By Amy Ellerman, CCIRA Past President
“How did you know to do that?”
This is the question I am asked most often as I work side by side with teachers and kids in writing workshops. And while I appreciate the unspoken implication that the instructional move that prompted the question is remarkable in some way, it typically isn’t.
My ability to respond so naturally to writers in the moment comes from deep content knowledge I have built over many years—nothing magical about it.
Awesome, you’re probably thinking. Is that all?
Yes, and. . . Underneath that original question is another, more important question, at least from my point of view as an instructional coach: How DO we build the deep content knowledge we need as teachers of writers?
Teaching writers is complex. It can seem overwhelming to contemplate the expertise necessary to teach writers effectively. The more we learn, the more we realize we have to learn. . . And yet, we all start somewhere. (Even Ralph Fletcher started somewhere, or so I tell myself when I’m feeling a little overwhelmed.) We all make intentional decisions to invest in ourselves as learners, as well as to the writing lives of the young writers in our class(es).
Penny Kittle describes the impact a skilled teacher has on young writers in her book, Write Beside Them:
“I’ve been fascinated by the teaching of writing for years. I’ve read many books and listened to many brilliant people, but sometimes I feel I’ve learned only one thing: If you want better writers, all of the power lies within you. It’s all about teaching. In study after study when researchers took all of the factors that can impact student achievement—from parental income to school resources to parental support to per pupil spending in a school district—the factor that had a greater impact than all of the others combined was the effectiveness of the classroom teacher. By saying that, I do not discount the impact those other factors do have on our classrooms and our students, but simply to remind you that your skills and expertise are more powerful” (Kittle, 2008, p. 2-3).
There are no shortcuts. It does take time and effort to build those powerful skills and expertise. But there are ways to be strategic in how we build content knowledge, so that we can see evidence of our learning on student writing as soon as possible. As we know, it is seeing evidence of growth that motivates learners of all ages to continue learning.
#1: We can read.
It is an investment to seek out content knowledge, and it is a choice. And as much as it is true that we learn by doing, we also learn by reading. In this busy world, it can be tempting to say things like, “I don’t have time to read.” When I hear this, I cringe—I can’t help it. We are professionals, and professionals read. As George Couros said at #CCIRA20, “Learning is [our] job. It is literally [our] job.”
That said, there are a myriad of options for how we might read. We can read professional books, blogs, and articles. We can listen to podcasts. We can tap into eduTwitter, where links to reading material are right there on our phones. It’s not about reading everything cover to cover—there’s way too much out there for that to be possible. But we should know the work of the foundational leaders in our field as well as the leaders and practitioners who are adding new thinking to the research. We will never be able to stay in the loop with everything, but our young writers are depending on us to try.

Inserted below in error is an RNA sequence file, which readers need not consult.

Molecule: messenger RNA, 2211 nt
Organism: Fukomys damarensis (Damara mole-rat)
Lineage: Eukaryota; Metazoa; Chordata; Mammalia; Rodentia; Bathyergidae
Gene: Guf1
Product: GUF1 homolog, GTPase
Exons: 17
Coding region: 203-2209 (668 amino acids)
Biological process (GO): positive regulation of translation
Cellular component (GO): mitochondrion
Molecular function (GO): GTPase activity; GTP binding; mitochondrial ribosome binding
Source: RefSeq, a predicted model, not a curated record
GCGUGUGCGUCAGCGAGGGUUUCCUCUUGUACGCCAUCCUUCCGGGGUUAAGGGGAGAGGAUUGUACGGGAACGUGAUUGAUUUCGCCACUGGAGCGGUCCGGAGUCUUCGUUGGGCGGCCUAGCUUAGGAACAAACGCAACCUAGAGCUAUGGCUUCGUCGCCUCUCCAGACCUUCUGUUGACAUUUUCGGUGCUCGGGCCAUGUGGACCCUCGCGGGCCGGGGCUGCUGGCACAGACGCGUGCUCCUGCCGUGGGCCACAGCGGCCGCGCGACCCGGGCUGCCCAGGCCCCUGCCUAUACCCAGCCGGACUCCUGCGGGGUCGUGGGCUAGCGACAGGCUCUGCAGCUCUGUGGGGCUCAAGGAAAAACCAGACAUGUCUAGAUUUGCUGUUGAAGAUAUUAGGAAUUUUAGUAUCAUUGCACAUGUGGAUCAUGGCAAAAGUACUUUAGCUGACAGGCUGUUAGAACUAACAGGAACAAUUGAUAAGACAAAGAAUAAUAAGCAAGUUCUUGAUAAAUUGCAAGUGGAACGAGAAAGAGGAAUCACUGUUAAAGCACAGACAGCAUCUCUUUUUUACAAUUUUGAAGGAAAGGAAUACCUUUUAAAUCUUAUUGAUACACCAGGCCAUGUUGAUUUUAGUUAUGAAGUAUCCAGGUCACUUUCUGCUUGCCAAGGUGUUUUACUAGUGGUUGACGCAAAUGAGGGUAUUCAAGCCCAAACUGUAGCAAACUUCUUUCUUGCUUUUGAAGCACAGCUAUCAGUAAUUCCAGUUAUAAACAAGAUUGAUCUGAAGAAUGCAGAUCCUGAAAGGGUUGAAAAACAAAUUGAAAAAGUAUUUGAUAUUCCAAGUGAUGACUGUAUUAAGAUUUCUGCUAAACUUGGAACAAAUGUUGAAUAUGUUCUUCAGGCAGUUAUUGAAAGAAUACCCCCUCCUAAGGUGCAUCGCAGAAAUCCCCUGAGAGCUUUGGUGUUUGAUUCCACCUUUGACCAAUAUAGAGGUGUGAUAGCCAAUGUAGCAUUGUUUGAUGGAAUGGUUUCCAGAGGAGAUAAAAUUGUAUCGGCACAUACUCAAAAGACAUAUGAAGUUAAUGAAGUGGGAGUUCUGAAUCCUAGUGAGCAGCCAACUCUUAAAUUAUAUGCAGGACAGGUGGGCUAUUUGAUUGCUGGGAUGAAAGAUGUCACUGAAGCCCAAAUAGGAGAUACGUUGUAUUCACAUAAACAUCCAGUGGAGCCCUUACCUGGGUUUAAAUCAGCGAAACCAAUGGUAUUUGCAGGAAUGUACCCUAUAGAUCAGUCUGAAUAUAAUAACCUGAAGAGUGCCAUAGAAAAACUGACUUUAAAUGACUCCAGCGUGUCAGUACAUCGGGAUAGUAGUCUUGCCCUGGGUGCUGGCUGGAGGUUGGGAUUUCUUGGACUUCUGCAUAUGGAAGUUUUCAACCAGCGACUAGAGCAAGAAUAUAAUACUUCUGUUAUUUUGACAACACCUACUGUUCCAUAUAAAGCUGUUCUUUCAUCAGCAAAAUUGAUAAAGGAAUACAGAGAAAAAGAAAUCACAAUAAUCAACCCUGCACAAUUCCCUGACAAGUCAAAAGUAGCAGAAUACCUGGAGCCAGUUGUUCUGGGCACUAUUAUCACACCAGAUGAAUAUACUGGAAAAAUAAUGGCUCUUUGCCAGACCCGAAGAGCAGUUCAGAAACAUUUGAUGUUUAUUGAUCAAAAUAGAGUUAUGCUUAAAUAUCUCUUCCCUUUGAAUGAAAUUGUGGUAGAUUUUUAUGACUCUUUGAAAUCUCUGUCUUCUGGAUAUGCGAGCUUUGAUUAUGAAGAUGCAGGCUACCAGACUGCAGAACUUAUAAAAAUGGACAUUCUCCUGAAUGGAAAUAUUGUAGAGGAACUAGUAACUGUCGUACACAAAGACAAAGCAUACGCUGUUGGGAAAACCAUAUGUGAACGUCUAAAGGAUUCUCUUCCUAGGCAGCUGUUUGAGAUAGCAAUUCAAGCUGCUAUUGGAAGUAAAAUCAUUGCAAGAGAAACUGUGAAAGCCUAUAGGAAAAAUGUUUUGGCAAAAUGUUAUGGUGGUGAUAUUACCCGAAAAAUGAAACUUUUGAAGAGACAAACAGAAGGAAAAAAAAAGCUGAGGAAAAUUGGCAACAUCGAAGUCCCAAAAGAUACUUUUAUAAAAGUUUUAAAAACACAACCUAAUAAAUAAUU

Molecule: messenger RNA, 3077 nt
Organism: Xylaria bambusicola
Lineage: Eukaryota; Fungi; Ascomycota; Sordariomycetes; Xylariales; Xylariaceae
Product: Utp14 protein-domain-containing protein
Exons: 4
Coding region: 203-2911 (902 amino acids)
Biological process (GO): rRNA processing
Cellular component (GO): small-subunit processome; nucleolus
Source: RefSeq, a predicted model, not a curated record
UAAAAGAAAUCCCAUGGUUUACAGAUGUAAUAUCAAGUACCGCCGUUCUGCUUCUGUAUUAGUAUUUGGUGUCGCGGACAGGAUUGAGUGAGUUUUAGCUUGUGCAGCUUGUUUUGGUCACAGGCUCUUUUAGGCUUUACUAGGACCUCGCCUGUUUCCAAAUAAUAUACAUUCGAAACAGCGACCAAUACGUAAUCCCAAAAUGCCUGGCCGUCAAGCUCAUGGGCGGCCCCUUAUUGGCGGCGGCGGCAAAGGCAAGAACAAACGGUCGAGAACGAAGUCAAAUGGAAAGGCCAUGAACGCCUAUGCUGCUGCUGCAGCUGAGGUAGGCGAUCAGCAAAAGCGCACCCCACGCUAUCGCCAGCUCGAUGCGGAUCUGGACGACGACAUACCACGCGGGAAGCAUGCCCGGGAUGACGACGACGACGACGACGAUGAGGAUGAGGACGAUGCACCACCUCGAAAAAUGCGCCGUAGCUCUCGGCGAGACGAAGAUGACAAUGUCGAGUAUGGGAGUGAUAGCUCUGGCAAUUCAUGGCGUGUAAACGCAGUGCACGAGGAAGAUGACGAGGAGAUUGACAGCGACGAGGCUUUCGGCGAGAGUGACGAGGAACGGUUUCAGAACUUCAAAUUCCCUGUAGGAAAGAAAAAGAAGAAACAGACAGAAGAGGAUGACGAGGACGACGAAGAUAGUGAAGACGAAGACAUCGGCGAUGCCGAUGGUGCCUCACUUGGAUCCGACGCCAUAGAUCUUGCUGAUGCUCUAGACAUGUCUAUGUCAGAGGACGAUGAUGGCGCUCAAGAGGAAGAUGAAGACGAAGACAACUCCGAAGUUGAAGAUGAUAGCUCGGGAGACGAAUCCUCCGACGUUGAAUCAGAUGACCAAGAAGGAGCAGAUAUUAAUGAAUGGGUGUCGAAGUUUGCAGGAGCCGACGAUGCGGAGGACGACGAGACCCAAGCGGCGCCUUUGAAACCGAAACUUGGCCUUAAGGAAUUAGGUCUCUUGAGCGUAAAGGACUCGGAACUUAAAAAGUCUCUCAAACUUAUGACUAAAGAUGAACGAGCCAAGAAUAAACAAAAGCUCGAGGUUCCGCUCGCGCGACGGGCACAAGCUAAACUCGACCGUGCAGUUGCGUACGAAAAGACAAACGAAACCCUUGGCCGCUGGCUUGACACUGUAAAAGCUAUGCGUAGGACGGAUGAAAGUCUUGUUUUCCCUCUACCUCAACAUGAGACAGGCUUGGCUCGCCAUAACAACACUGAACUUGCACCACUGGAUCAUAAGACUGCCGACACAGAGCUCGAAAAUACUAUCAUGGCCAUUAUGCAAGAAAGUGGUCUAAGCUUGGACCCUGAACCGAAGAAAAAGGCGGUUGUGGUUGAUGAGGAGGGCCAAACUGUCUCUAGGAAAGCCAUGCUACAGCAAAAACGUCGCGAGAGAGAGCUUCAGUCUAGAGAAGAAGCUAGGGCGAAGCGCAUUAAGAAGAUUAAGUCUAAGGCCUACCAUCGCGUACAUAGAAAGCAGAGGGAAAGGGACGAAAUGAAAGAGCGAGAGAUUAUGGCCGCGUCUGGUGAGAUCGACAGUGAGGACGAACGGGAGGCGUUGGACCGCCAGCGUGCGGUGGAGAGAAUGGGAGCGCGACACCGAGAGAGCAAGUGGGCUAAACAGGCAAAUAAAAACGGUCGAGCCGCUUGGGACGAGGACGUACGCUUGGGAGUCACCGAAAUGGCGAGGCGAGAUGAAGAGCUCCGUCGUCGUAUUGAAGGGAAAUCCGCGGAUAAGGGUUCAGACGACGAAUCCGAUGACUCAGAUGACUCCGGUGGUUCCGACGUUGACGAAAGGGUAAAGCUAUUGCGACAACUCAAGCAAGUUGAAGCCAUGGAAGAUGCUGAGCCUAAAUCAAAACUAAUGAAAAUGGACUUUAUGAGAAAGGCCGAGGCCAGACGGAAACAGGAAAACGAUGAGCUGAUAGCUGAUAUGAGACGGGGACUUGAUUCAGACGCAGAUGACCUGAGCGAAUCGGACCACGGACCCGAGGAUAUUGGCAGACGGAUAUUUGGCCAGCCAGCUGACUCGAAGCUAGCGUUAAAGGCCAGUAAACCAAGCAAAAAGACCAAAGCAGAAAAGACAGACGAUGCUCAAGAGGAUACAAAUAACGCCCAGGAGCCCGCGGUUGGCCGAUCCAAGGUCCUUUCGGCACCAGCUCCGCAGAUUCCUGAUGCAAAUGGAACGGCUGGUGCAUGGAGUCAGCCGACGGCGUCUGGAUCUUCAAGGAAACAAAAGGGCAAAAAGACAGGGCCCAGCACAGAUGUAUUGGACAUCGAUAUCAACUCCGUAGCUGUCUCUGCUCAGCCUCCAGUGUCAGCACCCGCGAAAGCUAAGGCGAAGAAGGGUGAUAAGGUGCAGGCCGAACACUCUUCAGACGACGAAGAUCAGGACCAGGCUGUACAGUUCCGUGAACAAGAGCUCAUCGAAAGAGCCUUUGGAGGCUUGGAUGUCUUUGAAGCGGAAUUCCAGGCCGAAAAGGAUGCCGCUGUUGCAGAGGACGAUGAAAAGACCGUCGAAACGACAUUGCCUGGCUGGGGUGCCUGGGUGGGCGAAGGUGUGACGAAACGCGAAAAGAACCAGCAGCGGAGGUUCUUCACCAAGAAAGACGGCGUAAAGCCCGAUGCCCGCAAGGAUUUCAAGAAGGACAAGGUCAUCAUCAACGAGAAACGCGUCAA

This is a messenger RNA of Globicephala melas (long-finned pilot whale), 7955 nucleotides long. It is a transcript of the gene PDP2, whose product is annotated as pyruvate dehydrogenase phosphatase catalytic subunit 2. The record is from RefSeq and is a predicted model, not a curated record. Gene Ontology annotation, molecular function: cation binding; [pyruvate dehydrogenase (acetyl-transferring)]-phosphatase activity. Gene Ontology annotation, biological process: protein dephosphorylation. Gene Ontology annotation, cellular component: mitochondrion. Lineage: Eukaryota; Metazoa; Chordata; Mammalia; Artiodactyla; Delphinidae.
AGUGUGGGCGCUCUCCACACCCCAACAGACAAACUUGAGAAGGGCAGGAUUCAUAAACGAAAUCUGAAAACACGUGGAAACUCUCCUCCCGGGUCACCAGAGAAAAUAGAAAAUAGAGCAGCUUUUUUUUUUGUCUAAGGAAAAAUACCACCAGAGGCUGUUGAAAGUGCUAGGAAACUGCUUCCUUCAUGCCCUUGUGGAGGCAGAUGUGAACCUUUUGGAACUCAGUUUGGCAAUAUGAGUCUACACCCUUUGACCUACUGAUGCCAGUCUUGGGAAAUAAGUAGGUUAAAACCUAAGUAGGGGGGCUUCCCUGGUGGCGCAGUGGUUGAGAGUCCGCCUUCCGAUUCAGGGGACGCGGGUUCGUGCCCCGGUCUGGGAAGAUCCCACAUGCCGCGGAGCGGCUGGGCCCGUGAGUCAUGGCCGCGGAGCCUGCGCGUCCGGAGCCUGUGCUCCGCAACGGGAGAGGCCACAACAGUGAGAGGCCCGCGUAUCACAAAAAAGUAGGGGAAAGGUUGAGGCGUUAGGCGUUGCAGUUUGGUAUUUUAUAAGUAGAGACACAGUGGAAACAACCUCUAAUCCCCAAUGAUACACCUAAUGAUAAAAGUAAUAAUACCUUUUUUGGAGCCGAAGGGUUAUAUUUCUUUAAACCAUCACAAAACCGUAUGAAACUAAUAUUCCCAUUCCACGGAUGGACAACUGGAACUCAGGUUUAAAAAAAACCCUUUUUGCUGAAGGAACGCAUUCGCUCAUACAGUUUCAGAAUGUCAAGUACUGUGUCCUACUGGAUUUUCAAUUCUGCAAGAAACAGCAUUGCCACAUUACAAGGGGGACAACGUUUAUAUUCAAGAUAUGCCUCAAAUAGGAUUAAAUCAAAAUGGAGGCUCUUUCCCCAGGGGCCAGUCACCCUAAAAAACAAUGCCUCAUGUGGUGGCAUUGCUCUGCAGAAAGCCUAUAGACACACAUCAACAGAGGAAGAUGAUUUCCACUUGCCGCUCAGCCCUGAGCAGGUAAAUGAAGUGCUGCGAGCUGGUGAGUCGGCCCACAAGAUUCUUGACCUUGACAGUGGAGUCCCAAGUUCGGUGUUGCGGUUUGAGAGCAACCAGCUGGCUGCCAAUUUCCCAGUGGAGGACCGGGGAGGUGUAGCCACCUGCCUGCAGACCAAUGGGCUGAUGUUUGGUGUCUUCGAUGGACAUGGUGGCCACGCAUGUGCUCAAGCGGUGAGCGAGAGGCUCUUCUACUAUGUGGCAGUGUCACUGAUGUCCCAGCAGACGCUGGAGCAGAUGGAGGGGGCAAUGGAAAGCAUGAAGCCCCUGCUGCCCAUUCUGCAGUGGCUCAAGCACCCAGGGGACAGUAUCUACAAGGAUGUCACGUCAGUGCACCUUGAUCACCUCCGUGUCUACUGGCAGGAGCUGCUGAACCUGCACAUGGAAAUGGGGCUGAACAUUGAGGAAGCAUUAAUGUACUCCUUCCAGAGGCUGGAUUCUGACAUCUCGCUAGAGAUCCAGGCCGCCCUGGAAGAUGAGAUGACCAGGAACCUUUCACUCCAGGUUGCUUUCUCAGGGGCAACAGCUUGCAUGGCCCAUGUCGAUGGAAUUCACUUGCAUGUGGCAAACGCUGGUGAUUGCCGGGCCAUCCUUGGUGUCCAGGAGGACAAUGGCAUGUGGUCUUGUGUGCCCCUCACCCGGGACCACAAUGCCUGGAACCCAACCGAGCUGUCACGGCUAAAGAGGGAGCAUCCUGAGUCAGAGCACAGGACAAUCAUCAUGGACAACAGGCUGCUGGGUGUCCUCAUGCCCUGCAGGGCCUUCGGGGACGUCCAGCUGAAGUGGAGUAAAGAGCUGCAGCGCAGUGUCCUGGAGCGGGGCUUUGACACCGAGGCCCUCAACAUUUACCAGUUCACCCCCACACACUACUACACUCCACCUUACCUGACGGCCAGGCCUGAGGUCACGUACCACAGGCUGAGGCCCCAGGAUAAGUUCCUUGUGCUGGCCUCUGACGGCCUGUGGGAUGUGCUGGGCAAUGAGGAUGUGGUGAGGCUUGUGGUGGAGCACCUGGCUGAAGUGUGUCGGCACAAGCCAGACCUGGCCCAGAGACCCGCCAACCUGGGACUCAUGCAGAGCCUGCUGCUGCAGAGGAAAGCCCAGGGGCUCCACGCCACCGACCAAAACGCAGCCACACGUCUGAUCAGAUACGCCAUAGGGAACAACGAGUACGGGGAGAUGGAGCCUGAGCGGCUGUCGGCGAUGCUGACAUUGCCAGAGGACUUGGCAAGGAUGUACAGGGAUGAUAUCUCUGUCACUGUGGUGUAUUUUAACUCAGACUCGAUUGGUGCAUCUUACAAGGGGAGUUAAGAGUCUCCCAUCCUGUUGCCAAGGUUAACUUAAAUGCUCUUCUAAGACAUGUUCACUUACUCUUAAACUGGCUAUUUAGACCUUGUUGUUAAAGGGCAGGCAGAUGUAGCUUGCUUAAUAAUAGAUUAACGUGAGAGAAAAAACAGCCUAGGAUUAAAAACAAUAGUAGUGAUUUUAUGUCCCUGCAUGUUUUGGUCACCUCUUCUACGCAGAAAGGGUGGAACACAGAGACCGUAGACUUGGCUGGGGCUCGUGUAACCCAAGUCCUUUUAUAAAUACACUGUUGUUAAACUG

In addition to the wealth of professional resources available, building reading lives that extend beyond professional reading supports our developing content knowledge as well. If our writing workshops reflect the kinds of writing that exist in the real world, then we need to be well versed in the kinds of writing that are out there: the fiction and nonfiction that our kids are reading, literature and informational text that tap into our own passions, examples of real people (of all ages) communicating for authentic purposes. . . We need to be noticers and collectors, seeking out examples of different forms and genres that our writers might find relevant.
One recent example for me came from a traveling exhibit in Denver this fall called the Empathy Museum. A colleague visited it with her son, and as we discussed what made it such a powerful experience for them, the connections to possibilities for writing were immediate. (If you watch the linked video, you’ll be able to envision what we’re envisioning. . .) It is through “reading the world,” feeling the impact that different forms of communication have on us as we encounter them out in the wild, that we discover authentic reasons to read and write.
Beyond reading, we seek out opportunities to learn more. We take classes and attend conferences. Every year at the CCIRA Conference, I’m in multiple writing sessions that knock me off my feet in the best possible way, challenging me to think differently or to dig more deeply into the way I teach writers. This year it was Matt Glover and Colleen Cruz, both of whom are making similar, innovative connections between reading and writing instruction with writers of very different ages. Being open to new thinking creates opportunities to continually connect to and refine what we understand about writing instruction.
#2: We can write.
I know this one makes some educators uncomfortable. . . but it really is the key to developing deep content knowledge in writing. There is something about doing the work we are asking our students to do that builds a bridge. Being writers ourselves allows us to shift our stance—to move from being “the teacher” to being a fellow writer, side by side in the workshop.